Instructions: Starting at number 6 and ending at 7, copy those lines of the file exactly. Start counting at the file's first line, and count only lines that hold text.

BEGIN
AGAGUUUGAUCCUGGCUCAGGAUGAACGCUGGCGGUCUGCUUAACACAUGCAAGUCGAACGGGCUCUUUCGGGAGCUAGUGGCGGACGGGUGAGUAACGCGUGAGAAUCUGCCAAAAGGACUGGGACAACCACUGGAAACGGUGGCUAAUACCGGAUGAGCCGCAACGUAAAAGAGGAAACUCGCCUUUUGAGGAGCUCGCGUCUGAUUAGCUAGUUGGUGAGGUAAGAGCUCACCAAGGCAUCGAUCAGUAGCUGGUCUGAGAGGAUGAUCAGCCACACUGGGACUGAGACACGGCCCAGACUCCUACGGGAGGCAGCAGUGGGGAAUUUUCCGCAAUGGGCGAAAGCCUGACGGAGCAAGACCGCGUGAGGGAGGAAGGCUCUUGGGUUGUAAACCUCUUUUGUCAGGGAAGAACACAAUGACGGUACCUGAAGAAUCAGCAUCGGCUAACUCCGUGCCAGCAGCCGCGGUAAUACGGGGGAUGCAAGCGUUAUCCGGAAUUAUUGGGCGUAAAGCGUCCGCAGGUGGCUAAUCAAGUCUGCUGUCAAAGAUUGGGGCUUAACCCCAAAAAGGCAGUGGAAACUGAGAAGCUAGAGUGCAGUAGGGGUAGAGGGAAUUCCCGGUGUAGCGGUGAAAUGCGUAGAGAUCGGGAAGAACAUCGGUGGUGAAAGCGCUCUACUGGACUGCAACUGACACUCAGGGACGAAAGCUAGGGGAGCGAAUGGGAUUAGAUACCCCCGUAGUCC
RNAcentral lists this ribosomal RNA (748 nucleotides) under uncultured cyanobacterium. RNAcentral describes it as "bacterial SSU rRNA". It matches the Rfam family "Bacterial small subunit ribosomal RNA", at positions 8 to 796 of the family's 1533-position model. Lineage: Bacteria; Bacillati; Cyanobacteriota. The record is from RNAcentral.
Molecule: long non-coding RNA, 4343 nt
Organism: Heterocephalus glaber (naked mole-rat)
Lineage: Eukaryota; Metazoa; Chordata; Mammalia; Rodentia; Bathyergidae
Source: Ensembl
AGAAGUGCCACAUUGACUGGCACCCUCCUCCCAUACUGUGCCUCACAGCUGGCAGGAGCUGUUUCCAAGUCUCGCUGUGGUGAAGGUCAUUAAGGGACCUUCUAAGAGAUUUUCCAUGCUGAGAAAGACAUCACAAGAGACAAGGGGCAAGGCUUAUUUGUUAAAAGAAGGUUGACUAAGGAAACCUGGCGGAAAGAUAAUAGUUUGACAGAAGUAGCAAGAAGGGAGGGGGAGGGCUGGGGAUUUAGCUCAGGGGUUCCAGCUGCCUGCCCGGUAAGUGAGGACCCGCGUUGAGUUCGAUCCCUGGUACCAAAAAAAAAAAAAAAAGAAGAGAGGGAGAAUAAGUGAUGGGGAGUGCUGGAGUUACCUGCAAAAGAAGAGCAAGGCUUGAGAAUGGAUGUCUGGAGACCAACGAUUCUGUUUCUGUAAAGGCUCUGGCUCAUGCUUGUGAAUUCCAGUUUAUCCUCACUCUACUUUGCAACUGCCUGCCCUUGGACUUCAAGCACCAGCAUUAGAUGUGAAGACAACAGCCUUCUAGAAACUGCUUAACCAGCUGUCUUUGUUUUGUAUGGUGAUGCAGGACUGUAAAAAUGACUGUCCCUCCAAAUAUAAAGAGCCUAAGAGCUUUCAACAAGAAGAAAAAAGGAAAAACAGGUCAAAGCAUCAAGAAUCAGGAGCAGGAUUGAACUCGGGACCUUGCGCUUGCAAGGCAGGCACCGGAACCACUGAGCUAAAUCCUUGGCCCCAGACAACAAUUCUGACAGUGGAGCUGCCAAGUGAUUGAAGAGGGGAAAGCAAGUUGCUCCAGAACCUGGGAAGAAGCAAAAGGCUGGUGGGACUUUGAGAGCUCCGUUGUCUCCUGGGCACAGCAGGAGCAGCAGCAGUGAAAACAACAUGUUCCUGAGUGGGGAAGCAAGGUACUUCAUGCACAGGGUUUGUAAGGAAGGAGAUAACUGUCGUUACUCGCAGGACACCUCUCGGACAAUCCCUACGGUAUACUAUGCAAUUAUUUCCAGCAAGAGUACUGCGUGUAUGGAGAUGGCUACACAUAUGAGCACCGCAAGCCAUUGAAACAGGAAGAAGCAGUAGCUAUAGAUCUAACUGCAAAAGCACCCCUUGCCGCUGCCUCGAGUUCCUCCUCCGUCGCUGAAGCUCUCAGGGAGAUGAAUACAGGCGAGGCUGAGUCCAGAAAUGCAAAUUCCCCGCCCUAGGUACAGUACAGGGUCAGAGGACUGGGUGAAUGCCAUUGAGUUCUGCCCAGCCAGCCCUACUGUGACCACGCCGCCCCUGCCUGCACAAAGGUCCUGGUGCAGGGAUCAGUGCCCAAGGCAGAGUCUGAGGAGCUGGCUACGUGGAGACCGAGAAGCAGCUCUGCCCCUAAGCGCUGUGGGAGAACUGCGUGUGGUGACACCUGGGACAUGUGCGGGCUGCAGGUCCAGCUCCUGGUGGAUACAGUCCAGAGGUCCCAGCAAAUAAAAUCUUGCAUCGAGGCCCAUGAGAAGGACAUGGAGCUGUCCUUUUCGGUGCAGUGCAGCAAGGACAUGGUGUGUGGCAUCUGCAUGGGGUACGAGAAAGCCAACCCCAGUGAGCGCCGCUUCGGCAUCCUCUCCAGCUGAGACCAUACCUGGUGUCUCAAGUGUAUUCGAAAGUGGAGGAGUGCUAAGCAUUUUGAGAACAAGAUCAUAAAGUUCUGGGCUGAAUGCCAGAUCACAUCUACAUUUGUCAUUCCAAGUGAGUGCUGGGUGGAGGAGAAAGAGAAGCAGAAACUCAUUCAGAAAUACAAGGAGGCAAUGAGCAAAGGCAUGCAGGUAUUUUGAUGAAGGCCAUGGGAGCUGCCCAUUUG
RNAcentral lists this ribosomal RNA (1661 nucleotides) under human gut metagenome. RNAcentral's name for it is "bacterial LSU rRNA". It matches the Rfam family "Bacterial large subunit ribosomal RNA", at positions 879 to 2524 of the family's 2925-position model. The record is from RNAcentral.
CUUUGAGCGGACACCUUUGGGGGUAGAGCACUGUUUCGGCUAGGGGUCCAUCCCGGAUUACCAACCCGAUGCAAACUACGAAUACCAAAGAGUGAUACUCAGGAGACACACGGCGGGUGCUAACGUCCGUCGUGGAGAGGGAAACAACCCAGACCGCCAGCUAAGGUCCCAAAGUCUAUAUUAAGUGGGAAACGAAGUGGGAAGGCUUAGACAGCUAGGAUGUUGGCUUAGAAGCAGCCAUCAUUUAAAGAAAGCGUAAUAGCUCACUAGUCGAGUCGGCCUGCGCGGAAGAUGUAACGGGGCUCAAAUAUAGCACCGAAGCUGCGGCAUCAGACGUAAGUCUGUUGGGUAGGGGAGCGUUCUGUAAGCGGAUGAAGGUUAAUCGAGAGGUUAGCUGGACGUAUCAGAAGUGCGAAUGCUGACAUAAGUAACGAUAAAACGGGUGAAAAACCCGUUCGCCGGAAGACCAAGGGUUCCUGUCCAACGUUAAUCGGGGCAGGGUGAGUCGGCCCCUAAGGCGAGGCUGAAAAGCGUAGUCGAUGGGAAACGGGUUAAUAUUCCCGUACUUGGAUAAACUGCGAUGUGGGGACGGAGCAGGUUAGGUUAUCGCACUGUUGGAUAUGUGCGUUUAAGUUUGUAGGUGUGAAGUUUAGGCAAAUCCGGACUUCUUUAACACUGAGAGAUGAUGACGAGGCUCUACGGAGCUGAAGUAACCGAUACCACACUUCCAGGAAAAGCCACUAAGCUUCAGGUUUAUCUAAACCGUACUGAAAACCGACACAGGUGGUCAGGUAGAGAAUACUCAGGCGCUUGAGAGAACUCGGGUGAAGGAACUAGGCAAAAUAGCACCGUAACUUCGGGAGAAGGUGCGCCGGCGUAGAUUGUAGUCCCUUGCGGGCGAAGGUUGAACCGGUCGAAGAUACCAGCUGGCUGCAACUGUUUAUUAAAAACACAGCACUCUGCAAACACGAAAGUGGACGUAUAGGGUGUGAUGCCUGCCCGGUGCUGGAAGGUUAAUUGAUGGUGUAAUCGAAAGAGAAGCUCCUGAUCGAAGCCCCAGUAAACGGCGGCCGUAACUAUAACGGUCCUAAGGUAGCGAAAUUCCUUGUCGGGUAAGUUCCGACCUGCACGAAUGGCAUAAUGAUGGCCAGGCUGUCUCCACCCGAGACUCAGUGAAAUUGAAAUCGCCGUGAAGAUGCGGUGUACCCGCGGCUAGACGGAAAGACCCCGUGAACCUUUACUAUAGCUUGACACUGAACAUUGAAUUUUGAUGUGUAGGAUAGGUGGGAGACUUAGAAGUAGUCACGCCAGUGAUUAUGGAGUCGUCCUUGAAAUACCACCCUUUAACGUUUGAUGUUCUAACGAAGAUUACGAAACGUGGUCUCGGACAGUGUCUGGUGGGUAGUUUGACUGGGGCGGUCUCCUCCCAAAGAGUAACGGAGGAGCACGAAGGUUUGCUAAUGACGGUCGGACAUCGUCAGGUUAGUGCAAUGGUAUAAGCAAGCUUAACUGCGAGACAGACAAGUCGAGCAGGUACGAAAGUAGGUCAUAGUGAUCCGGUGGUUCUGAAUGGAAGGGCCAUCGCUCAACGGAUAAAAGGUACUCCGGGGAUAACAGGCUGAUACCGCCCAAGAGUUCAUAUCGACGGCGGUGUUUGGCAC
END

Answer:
Source: Ensembl
AGAAGUGCCACAUUGACUGGCACCCUCCUCCCAUACUGUGCCUCACAGCUGGCAGGAGCUGUUUCCAAGUCUCGCUGUGGUGAAGGUCAUUAAGGGACCUUCUAAGAGAUUUUCCAUGCUGAGAAAGACAUCACAAGAGACAAGGGGCAAGGCUUAUUUGUUAAAAGAAGGUUGACUAAGGAAACCUGGCGGAAAGAUAAUAGUUUGACAGAAGUAGCAAGAAGGGAGGGGGAGGGCUGGGGAUUUAGCUCAGGGGUUCCAGCUGCCUGCCCGGUAAGUGAGGACCCGCGUUGAGUUCGAUCCCUGGUACCAAAAAAAAAAAAAAAAGAAGAGAGGGAGAAUAAGUGAUGGGGAGUGCUGGAGUUACCUGCAAAAGAAGAGCAAGGCUUGAGAAUGGAUGUCUGGAGACCAACGAUUCUGUUUCUGUAAAGGCUCUGGCUCAUGCUUGUGAAUUCCAGUUUAUCCUCACUCUACUUUGCAACUGCCUGCCCUUGGACUUCAAGCACCAGCAUUAGAUGUGAAGACAACAGCCUUCUAGAAACUGCUUAACCAGCUGUCUUUGUUUUGUAUGGUGAUGCAGGACUGUAAAAAUGACUGUCCCUCCAAAUAUAAAGAGCCUAAGAGCUUUCAACAAGAAGAAAAAAGGAAAAACAGGUCAAAGCAUCAAGAAUCAGGAGCAGGAUUGAACUCGGGACCUUGCGCUUGCAAGGCAGGCACCGGAACCACUGAGCUAAAUCCUUGGCCCCAGACAACAAUUCUGACAGUGGAGCUGCCAAGUGAUUGAAGAGGGGAAAGCAAGUUGCUCCAGAACCUGGGAAGAAGCAAAAGGCUGGUGGGACUUUGAGAGCUCCGUUGUCUCCUGGGCACAGCAGGAGCAGCAGCAGUGAAAACAACAUGUUCCUGAGUGGGGAAGCAAGGUACUUCAUGCACAGGGUUUGUAAGGAAGGAGAUAACUGUCGUUACUCGCAGGACACCUCUCGGACAAUCCCUACGGUAUACUAUGCAAUUAUUUCCAGCAAGAGUACUGCGUGUAUGGAGAUGGCUACACAUAUGAGCACCGCAAGCCAUUGAAACAGGAAGAAGCAGUAGCUAUAGAUCUAACUGCAAAAGCACCCCUUGCCGCUGCCUCGAGUUCCUCCUCCGUCGCUGAAGCUCUCAGGGAGAUGAAUACAGGCGAGGCUGAGUCCAGAAAUGCAAAUUCCCCGCCCUAGGUACAGUACAGGGUCAGAGGACUGGGUGAAUGCCAUUGAGUUCUGCCCAGCCAGCCCUACUGUGACCACGCCGCCCCUGCCUGCACAAAGGUCCUGGUGCAGGGAUCAGUGCCCAAGGCAGAGUCUGAGGAGCUGGCUACGUGGAGACCGAGAAGCAGCUCUGCCCCUAAGCGCUGUGGGAGAACUGCGUGUGGUGACACCUGGGACAUGUGCGGGCUGCAGGUCCAGCUCCUGGUGGAUACAGUCCAGAGGUCCCAGCAAAUAAAAUCUUGCAUCGAGGCCCAUGAGAAGGACAUGGAGCUGUCCUUUUCGGUGCAGUGCAGCAAGGACAUGGUGUGUGGCAUCUGCAUGGGGUACGAGAAAGCCAACCCCAGUGAGCGCCGCUUCGGCAUCCUCUCCAGCUGAGACCAUACCUGGUGUCUCAAGUGUAUUCGAAAGUGGAGGAGUGCUAAGCAUUUUGAGAACAAGAUCAUAAAGUUCUGGGCUGAAUGCCAGAUCACAUCUACAUUUGUCAUUCCAAGUGAGUGCUGGGUGGAGGAGAAAGAGAAGCAGAAACUCAUUCAGAAAUACAAGGAGGCAAUGAGCAAAGGCAUGCAGGUAUUUUGAUGAAGGCCAUGGGAGCUGCCCAUUUG